March 11, 2019
ASIC has expressed its disappointment in what it terms ‘unreasonable delays’ associated with further review programs around the fees-for-no-service failures of six leading financial institutions.
While it acknowledges the significant scale of the reviews, the regulator has nonetheless taken aim at the big four banks, AMP and Macquarie for their tardiness.
ASIC says the reviews relate to systemic failures over long periods – going back six to ten years – covering 36 licensees from the six institutions that currently authorise more than 7,000 advisers:
…we believe the institutions have failed to sufficiently prioritise and resource their reviews
“However, we believe the institutions have failed to sufficiently prioritise and resource their reviews, particularly as ASIC advised them to commence the reviews in mid-2015 or early 2016,” commented the regulator.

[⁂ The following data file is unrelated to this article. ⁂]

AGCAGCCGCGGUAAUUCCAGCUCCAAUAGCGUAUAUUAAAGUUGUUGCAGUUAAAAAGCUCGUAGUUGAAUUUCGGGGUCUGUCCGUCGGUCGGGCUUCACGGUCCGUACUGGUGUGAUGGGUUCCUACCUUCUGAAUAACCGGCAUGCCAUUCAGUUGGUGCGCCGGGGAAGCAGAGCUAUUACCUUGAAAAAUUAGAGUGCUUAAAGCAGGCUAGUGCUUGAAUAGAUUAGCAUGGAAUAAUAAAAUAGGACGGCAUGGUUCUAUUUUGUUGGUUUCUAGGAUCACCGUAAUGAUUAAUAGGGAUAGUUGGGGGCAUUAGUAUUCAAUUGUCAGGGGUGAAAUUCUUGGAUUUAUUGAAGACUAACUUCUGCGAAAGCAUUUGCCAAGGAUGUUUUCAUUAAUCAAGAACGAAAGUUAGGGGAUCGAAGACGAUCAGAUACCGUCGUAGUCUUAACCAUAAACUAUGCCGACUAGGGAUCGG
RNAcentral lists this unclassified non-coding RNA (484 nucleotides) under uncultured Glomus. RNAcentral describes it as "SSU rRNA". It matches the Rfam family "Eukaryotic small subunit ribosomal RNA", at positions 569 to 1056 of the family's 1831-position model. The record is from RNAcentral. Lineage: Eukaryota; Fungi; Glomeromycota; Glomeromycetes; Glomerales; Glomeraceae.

ASIC’s release details the main reasons for delays by the institutions as comprising:
- Poor record-keeping and systems within the institutions, which mean that in many cases they have been unable to access customer files for review
- Failure by some institutions to propose reasonable customer-centric methodologies to identify and compensate customers
- A legalistic approach taken by some institutions towards determination of the services they were required to provide
Click here to access a more detailed and individualised summary released by ASIC into each institution’s approach to addressing their further reviews.